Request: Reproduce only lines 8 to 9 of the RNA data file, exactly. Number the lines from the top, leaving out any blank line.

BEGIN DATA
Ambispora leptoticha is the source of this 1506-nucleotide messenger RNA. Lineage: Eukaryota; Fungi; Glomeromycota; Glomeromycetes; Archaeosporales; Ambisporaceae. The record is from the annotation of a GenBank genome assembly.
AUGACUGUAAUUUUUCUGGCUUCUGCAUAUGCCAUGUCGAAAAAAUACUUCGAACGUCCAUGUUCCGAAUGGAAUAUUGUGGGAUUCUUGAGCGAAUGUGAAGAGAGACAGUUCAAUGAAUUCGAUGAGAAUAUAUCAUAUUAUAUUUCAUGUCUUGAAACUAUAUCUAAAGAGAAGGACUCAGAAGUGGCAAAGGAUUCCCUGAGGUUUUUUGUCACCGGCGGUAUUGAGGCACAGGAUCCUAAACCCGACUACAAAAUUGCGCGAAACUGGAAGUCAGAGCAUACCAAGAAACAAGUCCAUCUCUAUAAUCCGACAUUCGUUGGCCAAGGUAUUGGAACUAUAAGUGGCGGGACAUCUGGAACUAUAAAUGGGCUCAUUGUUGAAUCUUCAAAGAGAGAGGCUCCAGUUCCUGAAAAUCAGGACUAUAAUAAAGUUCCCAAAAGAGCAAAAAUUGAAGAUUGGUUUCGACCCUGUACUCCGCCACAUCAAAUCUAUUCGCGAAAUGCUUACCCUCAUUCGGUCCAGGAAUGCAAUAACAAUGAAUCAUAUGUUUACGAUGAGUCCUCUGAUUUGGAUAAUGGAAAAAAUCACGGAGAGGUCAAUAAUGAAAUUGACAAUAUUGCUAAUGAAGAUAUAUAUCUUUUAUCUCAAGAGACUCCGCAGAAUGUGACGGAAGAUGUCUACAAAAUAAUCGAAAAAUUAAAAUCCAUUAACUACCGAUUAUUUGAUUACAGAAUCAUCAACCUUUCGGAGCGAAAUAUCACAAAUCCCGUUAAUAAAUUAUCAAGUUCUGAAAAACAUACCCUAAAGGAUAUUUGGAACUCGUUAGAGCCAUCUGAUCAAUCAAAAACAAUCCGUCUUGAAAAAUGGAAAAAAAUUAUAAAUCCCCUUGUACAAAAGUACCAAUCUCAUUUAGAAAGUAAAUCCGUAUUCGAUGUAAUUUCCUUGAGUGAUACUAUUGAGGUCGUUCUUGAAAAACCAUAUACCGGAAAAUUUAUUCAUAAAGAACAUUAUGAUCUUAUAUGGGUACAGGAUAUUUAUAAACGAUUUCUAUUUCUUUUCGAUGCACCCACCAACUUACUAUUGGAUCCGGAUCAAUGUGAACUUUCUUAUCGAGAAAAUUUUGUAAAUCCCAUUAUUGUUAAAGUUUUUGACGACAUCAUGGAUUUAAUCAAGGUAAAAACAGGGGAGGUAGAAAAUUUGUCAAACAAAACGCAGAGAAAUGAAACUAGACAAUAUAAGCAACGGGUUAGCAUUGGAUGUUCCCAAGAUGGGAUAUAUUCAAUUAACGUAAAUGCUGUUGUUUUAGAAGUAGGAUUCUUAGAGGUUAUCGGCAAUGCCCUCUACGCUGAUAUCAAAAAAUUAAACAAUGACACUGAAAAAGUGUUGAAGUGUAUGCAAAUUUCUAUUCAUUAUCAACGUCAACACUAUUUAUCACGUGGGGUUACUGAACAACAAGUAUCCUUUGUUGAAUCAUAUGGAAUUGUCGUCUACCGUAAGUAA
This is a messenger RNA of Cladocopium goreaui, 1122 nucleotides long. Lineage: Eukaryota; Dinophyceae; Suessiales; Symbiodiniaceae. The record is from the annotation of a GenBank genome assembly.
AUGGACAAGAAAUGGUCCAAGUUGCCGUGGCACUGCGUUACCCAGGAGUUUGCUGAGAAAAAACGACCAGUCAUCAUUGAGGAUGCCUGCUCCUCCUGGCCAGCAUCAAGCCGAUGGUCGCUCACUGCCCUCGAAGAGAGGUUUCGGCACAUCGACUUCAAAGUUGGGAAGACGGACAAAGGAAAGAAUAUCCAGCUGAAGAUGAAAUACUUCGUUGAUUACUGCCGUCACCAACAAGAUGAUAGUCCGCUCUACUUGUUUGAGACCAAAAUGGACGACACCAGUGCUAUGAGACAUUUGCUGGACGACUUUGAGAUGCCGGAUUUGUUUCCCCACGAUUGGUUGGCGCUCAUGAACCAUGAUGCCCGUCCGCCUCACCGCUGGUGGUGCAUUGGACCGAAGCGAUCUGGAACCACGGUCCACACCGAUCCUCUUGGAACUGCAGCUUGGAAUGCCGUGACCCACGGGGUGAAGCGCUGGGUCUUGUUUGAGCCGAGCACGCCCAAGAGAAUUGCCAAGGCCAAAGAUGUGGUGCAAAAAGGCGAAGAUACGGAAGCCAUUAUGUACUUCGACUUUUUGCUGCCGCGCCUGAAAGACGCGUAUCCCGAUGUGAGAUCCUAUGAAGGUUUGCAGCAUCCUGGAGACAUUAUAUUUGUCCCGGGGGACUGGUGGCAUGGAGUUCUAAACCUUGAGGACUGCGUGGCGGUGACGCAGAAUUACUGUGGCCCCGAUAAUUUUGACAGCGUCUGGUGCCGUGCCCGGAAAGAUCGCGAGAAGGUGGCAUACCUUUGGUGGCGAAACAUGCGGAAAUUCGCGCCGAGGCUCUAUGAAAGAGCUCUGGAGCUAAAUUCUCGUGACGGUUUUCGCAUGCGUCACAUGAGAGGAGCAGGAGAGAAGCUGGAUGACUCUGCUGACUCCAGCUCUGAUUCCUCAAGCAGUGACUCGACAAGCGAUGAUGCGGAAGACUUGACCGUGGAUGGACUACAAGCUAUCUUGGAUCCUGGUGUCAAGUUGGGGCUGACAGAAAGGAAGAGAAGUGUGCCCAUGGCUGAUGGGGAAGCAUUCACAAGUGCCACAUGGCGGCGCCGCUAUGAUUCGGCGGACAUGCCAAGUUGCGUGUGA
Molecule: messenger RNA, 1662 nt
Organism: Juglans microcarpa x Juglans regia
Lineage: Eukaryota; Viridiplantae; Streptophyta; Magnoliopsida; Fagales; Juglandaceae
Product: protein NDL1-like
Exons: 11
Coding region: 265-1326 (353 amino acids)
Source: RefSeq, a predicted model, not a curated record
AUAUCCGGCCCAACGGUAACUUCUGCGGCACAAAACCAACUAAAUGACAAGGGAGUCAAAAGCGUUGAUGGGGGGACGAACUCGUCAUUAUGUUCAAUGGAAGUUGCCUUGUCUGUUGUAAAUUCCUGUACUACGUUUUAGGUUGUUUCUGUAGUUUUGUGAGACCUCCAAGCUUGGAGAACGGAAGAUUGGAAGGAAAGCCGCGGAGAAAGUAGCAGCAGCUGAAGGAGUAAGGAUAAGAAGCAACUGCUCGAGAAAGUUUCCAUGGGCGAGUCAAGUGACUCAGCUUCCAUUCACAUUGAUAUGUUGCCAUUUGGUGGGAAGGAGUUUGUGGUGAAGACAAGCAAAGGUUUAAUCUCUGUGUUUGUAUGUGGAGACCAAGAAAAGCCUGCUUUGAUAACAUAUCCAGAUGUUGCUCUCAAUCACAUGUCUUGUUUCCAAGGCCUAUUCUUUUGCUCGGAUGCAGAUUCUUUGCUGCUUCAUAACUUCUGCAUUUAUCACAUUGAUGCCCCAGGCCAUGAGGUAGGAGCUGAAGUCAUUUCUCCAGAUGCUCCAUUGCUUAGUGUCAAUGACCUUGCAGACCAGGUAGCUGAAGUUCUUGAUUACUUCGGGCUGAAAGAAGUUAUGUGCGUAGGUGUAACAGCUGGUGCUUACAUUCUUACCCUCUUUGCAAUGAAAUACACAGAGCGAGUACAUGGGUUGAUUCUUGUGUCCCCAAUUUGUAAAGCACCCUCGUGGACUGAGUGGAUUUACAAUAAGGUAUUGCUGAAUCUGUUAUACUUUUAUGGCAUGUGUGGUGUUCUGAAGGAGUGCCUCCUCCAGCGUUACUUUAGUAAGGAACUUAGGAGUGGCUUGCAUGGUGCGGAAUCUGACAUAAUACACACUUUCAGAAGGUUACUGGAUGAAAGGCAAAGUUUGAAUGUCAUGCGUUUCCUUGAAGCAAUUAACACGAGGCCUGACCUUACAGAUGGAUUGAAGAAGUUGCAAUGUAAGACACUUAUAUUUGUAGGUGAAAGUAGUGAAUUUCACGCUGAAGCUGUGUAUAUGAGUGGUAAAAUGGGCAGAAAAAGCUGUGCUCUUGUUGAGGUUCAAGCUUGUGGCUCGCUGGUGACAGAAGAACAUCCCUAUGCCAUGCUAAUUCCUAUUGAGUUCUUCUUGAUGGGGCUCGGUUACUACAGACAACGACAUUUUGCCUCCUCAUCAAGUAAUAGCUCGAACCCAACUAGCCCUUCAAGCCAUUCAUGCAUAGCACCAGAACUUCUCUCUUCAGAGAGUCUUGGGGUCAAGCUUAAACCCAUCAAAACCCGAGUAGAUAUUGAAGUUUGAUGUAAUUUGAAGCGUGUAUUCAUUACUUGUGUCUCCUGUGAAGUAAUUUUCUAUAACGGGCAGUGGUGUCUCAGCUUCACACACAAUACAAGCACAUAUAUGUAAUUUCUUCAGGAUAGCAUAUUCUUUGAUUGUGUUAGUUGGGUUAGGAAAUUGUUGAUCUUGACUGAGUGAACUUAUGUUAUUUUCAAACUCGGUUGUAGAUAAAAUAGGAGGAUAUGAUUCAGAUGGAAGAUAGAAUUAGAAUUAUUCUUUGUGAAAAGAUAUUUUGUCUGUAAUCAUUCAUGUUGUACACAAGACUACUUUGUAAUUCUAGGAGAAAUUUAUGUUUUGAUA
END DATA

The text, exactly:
Product: protein NDL1-like
Exons: 11